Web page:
Defense Minister Bemoans Anti-Gov’t ‘Smears’

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Cambodia’s Defense Minister Tea Banh (VOD Archive)

Defense Minister Tea Banh has made an appeal for people to reject smear campaigns against Prime Minister Hun Sen’s government, saying they could help to foment “color revolution” and plunge Cambodia back into civil war.

Amid heightened international criticism over last year’s national election and opposition leader Sam Rainsy’s calls for Prime Minister Hun Sen’s overthrow, General Banh wrote on Facebook that political slurs were dividing the nation.

“Smearing is the main cause of hatred in our nation, making us enemies who retaliate against each other, which will lead to unexpected war,” Gen. Banh wrote on Wednesday, calling for leader to to stop casting aspersions on one another.

“I hope all Cambodians understand about smearing, and the consequences of smearing and join together to entirely prevent all activities of smearing.”

Banh told VOD on Thursday he believed escalating smear campaigns were the cause of Cambodia’s civil wars. Presently, he said, some were still smearing the government as Vietnamese or Chinese puppets and causing national rifts.

The Cambodian People’s Party (CPP) has its roots in the Vietnamese-backed invasion of 1979 that overthrew Pol Pot’s Khmer Rouge regime. Its first decade in power was buttressed by a Vietnamese military occupation and many in the opposition have according long characterized the party as subservient to Hanoi.

“The charges against the government — accusing the CPP or accusing some people of not respecting democracy — claims of dictatorship, all accusations,” Banh said of the smears that most hurt him. “They are what we consider to be the prime grounds for causing national breakup and it needs to be prevented.”

Asked whether he had ever witnessed the CPP itself smearing rivals, the defense minister claimed the CPP had tried not to make a habit of such behavior.

Mu Sochua, a vice president of the Cambodia National Rescue Party (CNRP) — who is living in exile and was last month ordered arrested — said the opposition always adhered to the principle of not seeing any Cambodians as enemies.

Those who endeavored to sideline her party, which she noted was supported by nearly half the country, were the ones causing national disunity, she said.

“We would like to ask for an end to the suggestion that [the CNRP] is a rebel group, and the order to demolish the rebel group,” Sochua said.

“This is more serious than smearing,” she said.

The CNRP was forcibly dissolved in November 2017 on accusations it and its leader, Kem Sokha, had engaged in treason by attempting to “topple” Hun Sen. As evidence, the government pointed to a speech by Sokha in which he said he had received advice from U.S. academics on how to foster democratic change.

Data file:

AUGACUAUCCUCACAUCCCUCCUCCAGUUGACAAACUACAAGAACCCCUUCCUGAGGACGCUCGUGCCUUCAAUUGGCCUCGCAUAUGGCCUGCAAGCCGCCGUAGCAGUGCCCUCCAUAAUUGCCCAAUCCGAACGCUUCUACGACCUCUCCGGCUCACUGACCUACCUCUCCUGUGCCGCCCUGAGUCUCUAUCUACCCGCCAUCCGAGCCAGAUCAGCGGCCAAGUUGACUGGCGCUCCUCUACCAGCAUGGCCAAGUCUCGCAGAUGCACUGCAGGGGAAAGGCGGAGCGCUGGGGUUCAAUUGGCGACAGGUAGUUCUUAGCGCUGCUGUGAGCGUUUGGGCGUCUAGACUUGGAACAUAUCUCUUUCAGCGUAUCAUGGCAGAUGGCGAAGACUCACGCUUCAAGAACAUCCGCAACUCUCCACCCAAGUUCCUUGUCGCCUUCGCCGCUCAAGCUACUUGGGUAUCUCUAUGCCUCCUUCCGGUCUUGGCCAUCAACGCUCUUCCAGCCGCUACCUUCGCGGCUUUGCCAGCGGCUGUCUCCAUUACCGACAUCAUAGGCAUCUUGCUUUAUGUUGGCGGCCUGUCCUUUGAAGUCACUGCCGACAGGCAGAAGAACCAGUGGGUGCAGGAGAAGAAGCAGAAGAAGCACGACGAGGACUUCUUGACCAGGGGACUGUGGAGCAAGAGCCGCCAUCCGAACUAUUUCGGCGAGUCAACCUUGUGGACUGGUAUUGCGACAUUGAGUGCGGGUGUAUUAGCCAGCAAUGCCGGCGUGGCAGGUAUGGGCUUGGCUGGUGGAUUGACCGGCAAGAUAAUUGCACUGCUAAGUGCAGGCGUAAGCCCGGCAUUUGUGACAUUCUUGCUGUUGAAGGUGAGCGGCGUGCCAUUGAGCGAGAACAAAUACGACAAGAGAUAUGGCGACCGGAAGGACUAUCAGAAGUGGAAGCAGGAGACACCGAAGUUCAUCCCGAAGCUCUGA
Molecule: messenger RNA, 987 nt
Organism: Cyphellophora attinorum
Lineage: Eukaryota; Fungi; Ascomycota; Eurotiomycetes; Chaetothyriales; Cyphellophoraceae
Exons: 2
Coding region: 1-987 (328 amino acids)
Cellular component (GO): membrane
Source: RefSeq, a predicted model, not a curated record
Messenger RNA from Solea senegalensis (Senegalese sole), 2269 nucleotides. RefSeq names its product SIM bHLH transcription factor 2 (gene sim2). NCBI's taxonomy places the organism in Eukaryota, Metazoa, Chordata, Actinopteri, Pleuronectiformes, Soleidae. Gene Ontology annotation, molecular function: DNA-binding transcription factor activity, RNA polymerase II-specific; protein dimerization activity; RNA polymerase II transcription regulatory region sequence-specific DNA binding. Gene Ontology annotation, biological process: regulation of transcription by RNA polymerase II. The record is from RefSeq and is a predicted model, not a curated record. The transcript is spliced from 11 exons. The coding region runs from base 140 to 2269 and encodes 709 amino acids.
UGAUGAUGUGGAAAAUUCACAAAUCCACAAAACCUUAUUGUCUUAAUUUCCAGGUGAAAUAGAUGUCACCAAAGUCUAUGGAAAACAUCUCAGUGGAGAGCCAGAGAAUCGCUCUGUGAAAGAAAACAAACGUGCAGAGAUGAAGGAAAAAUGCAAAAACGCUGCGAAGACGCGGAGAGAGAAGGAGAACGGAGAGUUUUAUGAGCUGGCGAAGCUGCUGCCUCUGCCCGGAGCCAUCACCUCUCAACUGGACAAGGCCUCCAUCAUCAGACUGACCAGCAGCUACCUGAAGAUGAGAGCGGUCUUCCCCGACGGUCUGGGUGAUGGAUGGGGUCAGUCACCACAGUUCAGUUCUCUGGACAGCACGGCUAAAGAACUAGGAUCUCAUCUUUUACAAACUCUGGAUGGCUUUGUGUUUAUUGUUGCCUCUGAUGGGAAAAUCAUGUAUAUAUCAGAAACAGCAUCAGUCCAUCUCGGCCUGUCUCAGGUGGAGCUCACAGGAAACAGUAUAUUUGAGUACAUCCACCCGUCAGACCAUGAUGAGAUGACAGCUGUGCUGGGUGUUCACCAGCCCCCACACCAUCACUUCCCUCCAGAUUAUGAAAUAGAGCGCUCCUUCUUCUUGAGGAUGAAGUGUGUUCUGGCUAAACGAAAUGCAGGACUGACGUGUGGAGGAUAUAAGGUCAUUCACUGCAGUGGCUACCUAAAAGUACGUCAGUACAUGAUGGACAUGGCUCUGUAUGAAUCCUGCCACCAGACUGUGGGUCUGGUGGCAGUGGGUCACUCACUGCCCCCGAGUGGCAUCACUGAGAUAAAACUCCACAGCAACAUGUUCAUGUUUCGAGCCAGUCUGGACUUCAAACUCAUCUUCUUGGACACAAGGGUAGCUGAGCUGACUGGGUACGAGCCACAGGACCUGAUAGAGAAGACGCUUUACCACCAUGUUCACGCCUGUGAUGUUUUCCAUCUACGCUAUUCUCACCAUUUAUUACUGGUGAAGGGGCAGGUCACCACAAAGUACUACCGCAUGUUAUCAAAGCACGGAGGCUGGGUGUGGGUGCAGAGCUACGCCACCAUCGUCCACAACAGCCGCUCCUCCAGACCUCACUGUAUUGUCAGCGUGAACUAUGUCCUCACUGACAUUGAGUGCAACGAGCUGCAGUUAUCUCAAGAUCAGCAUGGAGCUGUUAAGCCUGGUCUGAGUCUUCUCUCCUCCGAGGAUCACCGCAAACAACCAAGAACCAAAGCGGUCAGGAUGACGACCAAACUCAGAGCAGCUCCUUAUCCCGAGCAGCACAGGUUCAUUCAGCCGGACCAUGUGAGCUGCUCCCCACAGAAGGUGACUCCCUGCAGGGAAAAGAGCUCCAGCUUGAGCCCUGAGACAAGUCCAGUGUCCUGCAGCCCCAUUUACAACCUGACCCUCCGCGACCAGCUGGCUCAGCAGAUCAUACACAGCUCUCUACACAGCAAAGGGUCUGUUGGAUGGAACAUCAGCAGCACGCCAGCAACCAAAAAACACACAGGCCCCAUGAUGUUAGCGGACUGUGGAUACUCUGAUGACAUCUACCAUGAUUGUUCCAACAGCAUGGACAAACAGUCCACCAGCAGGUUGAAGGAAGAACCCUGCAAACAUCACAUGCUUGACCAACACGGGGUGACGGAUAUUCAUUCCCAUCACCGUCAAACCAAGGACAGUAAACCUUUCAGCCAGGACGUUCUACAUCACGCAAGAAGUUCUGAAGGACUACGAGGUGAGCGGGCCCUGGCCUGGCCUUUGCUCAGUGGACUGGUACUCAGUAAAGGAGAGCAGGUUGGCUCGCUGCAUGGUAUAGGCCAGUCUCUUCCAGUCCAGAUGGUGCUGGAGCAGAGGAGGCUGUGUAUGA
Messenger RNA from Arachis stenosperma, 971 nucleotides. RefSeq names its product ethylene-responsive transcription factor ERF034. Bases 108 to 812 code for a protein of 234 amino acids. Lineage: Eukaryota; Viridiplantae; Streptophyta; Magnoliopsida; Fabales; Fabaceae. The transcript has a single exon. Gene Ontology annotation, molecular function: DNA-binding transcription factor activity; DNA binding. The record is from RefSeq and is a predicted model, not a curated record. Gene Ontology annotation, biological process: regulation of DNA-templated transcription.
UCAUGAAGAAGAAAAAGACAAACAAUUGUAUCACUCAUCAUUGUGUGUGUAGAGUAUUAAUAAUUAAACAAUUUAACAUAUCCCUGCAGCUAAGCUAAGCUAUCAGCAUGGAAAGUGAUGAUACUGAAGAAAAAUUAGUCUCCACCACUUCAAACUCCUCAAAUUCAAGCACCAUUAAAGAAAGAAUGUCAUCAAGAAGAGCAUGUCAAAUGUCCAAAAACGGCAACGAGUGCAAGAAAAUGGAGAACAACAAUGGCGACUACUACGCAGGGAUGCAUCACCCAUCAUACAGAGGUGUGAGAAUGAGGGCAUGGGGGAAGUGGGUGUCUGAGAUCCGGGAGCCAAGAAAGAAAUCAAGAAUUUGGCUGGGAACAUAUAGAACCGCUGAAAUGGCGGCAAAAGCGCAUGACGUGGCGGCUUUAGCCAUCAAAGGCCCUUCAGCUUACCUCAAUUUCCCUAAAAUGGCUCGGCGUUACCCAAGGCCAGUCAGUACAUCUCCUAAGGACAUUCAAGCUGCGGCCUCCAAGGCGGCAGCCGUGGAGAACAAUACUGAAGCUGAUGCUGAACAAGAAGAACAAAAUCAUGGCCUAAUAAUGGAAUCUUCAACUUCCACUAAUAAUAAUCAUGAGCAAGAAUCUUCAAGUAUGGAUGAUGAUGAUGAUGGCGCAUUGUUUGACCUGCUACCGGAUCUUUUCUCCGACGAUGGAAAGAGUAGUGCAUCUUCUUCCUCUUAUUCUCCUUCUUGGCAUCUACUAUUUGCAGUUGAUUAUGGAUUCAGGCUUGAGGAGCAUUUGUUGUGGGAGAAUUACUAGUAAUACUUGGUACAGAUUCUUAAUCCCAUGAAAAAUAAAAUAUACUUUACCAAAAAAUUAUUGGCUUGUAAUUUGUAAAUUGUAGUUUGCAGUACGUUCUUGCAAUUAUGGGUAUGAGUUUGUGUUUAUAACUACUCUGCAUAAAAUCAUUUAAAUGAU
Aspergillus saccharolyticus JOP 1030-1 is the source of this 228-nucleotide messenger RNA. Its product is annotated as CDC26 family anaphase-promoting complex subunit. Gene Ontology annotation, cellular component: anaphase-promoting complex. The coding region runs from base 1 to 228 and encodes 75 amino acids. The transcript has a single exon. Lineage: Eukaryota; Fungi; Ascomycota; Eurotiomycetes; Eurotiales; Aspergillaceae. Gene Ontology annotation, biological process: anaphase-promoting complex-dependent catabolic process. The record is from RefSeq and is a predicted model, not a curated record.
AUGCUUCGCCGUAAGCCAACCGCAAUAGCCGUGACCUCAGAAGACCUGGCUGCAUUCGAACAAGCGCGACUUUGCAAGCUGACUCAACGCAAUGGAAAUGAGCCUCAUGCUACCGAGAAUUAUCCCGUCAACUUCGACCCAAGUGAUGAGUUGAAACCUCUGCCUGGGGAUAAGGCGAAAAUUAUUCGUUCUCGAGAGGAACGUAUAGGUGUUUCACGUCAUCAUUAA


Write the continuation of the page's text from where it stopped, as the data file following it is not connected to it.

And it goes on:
This amounted to an admission of CNRP plans for a “color revolution,” it argued.

Sochua said that if the government ended its threats and repression of her party, its members would return to Cambodia to help solve issues in good faith.

“Smearing is one matter but orders to ‘eliminate’ — it is bigger than the smearing,” she said, apparently referring to Hun Sen’s repeated warnings over the past few years that he would readily “eliminate” the CNRP’s leadership.

Ly Srey Sros, a young independent political analyst, said she believed politicians on both sides habitually and reflexively accused each other of treason.

Despite his stated intention of fostering unity, Banh’s classification of his rivals as the only ones “smearing” others could itself be seen as an act of smearing.

“If Tea Banh and the government continue to see the opposition and civil society as the ones smearing the government, and do not see their own attitude as also a kind of smear, I think the people as well as the opposition and all those working with civil society groups become the victims of smearing,” Srey Sros said.

In February 2018, the government issued a special white paper that claimed the opposition and more than 300 groups were plotting government overthrow.

Since then, the U.S. and E.U. have argued that the book’s accusations and the government’s subsequent repression have constricted the space for democracy and have urged Hun Sen’s government to move to work with the opposition.

(Edited and translated from the original article on VOD Khmer)

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